Geospatial Engineering

flooding sourcesGeospatial Engineering research encompasses the acquisition, processing, management and analysis of geospatial data in order to deliver relevant information and tools for decision makers. Examples include spatial modelling of coupled human and natural environments to simulate and predict the effects of climate change; integrating real-time sensor data for enhanced modelling of our environment; using aerial and satellite sensors to assess dynamic landscape changes in remote areas; and exploiting new laser scanning techniques for applications as diverse as characterising urban areas, and assessing forestry health.

rail lineThe group is based within the School of Civil Engineering and Geosciences at Newcastle University and is made up of a tightly-knit cohort of research scientists (including academics, and post-doctoral and PhD researchers). We work towards delivering high quality outputs and strive to ensure the wider relevancy and impact of our work. We are an Open Source Geospatial Lab and this is a central theme in much of our research development. As a Russell Group university, Newcastle places strong emphasis on research-led teaching, and most of the group members are actively involved in facilitating this through our related undergraduate and postgraduate courses.  While tightly interwoven and complementary, our research activites are comprised of two main strands: Geoinformatics and Remote Sensing and Photogrammetry. Many of our projects involve cross-over between these themes, and we work closely as a group. We also engage with a range of UK and international collaborators from a broad range of disciplines to undertake high quality science and deliver wide-reaching benefits.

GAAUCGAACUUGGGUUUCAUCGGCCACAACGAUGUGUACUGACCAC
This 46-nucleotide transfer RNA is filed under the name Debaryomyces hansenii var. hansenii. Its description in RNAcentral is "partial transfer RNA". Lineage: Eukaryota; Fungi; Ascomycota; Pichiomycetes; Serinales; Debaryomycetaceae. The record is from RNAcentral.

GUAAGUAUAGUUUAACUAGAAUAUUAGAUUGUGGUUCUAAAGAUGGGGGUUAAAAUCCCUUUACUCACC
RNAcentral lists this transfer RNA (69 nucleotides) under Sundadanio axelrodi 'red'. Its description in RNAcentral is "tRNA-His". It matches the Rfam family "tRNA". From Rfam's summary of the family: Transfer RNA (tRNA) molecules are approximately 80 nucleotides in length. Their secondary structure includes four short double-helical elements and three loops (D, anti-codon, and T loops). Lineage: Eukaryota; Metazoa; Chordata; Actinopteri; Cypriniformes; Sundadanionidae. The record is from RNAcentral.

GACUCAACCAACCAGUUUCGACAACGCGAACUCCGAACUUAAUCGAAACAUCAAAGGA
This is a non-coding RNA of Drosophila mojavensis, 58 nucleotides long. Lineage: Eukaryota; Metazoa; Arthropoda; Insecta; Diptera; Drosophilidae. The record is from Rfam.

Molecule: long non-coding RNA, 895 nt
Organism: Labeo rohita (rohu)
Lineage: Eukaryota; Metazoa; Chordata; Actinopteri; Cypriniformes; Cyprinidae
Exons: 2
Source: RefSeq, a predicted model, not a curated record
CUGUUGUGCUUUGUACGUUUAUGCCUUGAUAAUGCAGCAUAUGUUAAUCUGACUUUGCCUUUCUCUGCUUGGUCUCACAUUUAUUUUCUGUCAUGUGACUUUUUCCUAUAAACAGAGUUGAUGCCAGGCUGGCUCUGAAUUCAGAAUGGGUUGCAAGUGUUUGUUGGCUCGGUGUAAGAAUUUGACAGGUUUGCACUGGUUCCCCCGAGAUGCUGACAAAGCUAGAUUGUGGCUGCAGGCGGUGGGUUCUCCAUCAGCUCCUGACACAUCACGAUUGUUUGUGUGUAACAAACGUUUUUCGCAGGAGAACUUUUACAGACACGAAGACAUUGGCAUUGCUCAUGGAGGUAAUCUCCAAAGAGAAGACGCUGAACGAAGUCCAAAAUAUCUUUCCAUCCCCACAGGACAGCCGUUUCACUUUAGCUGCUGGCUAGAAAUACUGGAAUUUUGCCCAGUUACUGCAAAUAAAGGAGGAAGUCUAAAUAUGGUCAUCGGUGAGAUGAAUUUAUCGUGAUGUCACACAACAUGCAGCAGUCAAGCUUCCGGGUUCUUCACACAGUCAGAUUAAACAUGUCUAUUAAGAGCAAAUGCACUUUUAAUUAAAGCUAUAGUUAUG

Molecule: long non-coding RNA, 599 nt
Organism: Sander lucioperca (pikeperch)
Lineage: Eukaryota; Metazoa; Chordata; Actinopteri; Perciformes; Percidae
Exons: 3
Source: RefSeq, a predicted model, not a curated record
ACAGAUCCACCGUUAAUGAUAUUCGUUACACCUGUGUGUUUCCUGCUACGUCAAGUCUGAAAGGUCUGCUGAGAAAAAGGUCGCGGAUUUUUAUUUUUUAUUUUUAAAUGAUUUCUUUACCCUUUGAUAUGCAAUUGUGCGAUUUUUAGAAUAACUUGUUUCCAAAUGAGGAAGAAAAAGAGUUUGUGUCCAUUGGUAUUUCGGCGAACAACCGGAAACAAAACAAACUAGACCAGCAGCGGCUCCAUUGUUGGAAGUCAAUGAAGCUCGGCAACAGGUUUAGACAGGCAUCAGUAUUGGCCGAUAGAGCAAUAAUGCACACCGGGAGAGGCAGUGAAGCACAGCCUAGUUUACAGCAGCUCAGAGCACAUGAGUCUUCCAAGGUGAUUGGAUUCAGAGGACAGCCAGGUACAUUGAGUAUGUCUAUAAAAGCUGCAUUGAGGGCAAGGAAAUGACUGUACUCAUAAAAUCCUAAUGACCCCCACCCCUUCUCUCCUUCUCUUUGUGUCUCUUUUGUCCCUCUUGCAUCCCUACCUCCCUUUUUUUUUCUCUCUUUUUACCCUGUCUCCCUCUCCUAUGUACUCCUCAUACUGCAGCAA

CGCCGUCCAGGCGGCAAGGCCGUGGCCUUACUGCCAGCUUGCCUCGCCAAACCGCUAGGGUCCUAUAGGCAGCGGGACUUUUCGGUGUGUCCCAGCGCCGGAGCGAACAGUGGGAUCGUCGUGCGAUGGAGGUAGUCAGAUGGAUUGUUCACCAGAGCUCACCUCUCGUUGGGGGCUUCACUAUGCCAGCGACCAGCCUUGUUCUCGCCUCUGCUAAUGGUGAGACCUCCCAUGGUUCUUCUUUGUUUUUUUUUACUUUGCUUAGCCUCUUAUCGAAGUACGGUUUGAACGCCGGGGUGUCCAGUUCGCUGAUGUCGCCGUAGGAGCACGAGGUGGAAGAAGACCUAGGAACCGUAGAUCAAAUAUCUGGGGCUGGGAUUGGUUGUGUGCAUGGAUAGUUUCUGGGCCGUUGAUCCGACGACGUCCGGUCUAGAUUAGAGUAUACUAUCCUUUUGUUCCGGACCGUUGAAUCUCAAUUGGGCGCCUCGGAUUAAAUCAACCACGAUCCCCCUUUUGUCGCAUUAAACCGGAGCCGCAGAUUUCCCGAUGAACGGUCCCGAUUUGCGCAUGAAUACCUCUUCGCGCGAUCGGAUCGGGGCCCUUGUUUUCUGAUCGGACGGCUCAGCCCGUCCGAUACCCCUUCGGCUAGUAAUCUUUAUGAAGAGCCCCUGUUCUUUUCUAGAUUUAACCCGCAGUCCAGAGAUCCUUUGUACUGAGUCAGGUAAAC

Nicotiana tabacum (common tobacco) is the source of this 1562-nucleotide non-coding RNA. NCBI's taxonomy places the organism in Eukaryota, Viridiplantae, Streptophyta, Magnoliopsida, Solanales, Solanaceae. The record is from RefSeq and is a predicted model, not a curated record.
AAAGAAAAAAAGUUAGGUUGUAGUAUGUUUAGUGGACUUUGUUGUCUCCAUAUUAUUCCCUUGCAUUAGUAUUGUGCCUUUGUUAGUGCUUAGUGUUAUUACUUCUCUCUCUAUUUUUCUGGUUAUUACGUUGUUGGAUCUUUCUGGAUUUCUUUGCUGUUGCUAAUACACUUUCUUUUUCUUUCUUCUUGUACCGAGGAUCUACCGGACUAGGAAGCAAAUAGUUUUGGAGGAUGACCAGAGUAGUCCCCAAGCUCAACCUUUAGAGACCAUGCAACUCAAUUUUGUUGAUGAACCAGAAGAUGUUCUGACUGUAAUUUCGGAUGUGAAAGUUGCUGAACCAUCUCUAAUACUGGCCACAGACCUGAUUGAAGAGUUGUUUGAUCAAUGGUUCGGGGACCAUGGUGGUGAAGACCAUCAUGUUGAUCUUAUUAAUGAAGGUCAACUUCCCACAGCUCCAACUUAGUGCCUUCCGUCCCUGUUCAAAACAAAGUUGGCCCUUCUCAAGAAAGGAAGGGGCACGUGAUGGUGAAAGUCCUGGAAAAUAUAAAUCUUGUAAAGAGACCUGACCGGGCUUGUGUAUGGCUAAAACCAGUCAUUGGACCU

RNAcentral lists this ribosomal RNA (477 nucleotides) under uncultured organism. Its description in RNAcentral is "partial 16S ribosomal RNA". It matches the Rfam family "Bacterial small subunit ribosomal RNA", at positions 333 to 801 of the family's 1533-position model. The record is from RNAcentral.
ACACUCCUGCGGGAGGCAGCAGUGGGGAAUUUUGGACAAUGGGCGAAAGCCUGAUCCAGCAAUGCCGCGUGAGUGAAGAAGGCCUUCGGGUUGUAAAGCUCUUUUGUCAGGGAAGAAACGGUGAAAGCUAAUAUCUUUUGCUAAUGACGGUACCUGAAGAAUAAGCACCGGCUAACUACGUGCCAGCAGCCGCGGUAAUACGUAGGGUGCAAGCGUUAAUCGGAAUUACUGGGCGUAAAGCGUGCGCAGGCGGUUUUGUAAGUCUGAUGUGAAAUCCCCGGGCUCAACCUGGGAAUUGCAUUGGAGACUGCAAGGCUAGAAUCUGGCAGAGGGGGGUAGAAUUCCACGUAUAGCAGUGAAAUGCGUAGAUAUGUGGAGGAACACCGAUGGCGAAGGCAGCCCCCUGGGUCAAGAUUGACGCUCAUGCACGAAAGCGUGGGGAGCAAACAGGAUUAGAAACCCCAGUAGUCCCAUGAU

Latest blog posts:

Geographical spread of teams relegated from the Premiership (Wed, 17 May 2017 15:31:11 +0000)

Once again a discussion at the coffee break posed an interesting question. Is this the closest the relegated teams have been to each other in the history of the Premier league. Some quick googling suggested it probably wasn’t and 2011-12 … Continue reading

Code Sprint scholarship – Kenya (Thu, 27 Apr 2017 14:35:31 +0000)

Kaizer Moreri, CEG PhD student from Botswana, researching aspects of Volunteered Geographic Information in improving Land Administration Systems, was awarded a full travel scholarship to contribute to a ‘code sprint’ in Kenya this week. Second from left in the attached … Continue reading


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